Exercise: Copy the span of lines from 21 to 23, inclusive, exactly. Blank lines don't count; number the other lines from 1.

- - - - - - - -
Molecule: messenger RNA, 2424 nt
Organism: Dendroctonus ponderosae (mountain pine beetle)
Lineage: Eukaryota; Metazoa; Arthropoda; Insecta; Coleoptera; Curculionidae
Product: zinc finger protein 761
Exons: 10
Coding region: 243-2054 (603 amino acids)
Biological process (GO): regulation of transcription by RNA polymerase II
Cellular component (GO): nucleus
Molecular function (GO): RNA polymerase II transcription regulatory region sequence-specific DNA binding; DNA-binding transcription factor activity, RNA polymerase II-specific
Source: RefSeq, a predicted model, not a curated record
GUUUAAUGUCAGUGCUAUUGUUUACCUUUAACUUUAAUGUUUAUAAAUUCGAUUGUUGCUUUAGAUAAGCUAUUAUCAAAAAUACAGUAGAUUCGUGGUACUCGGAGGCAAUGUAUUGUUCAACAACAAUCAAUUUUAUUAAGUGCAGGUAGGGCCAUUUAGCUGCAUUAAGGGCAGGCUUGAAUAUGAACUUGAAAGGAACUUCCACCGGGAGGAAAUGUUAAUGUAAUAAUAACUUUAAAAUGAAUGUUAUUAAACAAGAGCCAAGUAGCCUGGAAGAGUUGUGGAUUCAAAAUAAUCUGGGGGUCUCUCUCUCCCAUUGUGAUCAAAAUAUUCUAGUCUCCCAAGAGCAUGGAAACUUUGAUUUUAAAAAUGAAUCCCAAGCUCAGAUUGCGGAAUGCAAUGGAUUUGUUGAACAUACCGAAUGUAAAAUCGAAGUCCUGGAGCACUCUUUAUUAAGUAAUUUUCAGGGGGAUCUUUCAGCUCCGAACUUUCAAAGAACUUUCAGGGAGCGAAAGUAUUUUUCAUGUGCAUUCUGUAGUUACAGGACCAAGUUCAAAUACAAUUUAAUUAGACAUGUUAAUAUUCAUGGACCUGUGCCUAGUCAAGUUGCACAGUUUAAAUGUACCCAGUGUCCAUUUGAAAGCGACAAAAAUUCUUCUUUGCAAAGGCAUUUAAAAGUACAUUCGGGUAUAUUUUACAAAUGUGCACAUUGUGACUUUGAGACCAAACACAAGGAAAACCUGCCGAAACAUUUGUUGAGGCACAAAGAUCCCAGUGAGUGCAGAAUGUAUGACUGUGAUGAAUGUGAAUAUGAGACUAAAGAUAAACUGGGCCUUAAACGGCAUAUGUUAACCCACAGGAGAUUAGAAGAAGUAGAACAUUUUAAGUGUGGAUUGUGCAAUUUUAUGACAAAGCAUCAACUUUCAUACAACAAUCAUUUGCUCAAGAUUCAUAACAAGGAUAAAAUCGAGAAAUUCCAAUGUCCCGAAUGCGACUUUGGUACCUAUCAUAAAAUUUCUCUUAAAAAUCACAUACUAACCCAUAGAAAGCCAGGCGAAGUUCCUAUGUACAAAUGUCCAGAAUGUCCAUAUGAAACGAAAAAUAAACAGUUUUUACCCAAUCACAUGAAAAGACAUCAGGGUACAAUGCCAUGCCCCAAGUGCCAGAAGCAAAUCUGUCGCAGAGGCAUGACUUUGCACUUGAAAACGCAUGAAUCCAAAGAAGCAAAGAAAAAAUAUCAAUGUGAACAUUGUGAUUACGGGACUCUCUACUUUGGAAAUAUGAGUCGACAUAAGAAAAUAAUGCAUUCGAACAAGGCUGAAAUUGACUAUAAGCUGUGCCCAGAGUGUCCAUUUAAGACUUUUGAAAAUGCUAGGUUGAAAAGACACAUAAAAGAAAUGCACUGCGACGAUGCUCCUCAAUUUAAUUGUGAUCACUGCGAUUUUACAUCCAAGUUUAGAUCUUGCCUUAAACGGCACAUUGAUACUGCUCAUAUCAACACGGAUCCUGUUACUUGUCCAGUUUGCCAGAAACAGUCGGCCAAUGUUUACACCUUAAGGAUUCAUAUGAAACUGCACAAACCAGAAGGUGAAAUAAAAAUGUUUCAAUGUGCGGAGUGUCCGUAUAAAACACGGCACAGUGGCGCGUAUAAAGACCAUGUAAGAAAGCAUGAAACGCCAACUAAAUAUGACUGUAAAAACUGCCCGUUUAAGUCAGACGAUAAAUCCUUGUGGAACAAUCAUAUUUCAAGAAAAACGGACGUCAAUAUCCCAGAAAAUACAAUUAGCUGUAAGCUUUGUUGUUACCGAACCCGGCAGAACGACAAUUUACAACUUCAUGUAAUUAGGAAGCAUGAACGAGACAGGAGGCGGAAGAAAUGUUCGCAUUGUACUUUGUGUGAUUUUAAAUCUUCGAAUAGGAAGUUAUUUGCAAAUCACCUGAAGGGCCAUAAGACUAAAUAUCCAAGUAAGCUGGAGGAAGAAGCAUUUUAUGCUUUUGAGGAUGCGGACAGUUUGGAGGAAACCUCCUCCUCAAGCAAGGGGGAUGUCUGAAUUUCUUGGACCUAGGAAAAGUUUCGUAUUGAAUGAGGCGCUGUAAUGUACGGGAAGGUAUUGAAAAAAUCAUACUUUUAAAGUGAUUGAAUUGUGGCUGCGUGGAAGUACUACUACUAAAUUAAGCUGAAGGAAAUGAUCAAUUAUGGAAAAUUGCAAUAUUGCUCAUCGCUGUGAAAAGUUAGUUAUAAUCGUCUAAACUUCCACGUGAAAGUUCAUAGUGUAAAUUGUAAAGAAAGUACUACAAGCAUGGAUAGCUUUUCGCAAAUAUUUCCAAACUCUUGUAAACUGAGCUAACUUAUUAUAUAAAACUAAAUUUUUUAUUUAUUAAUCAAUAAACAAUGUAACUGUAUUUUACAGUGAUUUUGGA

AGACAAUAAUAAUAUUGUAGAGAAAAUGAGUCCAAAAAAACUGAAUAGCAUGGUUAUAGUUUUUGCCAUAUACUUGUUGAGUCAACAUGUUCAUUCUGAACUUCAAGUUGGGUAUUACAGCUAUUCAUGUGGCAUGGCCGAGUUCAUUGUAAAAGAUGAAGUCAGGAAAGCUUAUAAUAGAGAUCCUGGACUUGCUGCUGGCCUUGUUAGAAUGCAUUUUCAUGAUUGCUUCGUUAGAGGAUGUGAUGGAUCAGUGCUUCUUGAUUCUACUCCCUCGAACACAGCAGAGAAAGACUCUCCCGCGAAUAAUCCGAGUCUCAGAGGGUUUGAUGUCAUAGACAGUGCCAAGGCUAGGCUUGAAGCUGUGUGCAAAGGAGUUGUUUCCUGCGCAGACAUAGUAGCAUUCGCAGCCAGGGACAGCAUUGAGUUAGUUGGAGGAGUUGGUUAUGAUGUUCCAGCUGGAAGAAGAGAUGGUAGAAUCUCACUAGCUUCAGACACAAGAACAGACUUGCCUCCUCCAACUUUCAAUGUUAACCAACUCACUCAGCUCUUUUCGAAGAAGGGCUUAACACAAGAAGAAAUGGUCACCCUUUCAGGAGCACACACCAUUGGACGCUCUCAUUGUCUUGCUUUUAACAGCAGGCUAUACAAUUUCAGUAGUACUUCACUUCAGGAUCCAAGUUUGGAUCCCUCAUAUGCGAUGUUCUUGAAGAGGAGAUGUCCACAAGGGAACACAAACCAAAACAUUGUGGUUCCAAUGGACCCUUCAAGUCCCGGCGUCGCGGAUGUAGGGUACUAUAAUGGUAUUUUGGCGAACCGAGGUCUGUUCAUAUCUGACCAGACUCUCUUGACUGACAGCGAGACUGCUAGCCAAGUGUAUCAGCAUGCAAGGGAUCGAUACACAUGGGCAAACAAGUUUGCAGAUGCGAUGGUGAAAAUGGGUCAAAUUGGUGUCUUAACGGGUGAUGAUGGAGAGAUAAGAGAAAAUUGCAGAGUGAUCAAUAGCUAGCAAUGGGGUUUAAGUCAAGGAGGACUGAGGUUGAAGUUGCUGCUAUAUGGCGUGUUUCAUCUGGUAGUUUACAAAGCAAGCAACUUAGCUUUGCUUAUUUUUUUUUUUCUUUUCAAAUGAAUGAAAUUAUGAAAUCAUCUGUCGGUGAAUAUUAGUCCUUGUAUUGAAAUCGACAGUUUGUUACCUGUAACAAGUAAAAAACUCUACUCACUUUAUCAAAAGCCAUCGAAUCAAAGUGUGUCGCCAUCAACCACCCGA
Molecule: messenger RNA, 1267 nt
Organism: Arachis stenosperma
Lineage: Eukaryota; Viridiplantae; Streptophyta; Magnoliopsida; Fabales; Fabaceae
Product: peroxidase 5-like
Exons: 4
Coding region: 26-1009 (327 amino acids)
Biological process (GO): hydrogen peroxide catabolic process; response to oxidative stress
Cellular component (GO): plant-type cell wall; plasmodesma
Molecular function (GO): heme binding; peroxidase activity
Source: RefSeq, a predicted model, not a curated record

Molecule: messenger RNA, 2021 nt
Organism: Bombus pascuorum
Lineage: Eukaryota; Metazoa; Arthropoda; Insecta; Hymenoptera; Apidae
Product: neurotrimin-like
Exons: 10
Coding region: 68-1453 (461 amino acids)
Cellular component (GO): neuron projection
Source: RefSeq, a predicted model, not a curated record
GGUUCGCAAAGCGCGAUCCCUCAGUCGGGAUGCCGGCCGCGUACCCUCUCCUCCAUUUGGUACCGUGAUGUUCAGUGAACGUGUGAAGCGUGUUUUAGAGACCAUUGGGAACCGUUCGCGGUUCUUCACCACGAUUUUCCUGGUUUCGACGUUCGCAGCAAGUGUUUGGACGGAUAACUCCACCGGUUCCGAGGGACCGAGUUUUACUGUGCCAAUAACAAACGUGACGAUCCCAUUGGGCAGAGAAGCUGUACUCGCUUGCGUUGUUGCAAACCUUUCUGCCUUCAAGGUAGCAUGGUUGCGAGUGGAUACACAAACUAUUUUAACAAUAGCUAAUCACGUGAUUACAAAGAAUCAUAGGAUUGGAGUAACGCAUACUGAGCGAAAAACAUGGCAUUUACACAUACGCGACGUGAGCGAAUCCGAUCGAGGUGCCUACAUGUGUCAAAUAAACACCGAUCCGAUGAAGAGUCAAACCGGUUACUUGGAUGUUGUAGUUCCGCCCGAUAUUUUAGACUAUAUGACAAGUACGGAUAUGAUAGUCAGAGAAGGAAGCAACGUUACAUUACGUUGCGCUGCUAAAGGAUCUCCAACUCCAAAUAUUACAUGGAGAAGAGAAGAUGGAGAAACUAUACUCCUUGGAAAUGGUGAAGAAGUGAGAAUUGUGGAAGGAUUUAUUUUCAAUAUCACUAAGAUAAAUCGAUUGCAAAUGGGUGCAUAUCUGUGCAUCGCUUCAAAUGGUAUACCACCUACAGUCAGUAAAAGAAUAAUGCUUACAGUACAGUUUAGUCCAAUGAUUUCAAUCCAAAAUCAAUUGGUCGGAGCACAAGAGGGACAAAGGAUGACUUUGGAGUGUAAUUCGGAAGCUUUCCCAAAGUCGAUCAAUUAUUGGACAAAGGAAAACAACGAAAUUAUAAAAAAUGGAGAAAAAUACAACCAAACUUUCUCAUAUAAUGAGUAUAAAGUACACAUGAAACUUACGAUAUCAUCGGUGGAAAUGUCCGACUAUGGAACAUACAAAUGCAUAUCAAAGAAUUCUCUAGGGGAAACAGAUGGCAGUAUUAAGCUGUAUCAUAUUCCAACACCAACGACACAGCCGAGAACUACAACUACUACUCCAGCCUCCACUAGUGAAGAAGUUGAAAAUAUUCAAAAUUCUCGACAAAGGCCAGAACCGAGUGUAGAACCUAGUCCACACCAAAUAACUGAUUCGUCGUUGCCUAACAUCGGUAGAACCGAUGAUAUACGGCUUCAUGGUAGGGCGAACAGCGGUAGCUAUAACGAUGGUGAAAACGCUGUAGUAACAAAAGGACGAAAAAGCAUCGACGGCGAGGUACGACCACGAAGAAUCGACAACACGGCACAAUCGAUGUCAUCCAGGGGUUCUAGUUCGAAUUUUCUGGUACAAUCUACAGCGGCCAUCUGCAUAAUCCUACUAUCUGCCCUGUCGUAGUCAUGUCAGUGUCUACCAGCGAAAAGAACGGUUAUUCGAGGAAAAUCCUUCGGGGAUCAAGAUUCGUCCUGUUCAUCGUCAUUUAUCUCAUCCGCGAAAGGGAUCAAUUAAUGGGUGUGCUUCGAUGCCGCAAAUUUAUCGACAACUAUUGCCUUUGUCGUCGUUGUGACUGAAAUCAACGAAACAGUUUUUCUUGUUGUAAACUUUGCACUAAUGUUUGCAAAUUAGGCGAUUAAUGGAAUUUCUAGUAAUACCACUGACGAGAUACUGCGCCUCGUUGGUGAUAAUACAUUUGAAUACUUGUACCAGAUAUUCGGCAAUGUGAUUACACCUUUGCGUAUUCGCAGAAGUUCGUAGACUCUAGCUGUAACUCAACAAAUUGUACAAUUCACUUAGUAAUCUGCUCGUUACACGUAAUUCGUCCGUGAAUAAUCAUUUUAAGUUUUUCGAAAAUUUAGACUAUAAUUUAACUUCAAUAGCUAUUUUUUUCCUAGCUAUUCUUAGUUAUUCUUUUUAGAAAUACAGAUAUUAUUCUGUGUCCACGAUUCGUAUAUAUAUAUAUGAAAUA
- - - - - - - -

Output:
Molecular function (GO): heme binding; peroxidase activity
Source: RefSeq, a predicted model, not a curated record

Molecule: messenger RNA, 2021 nt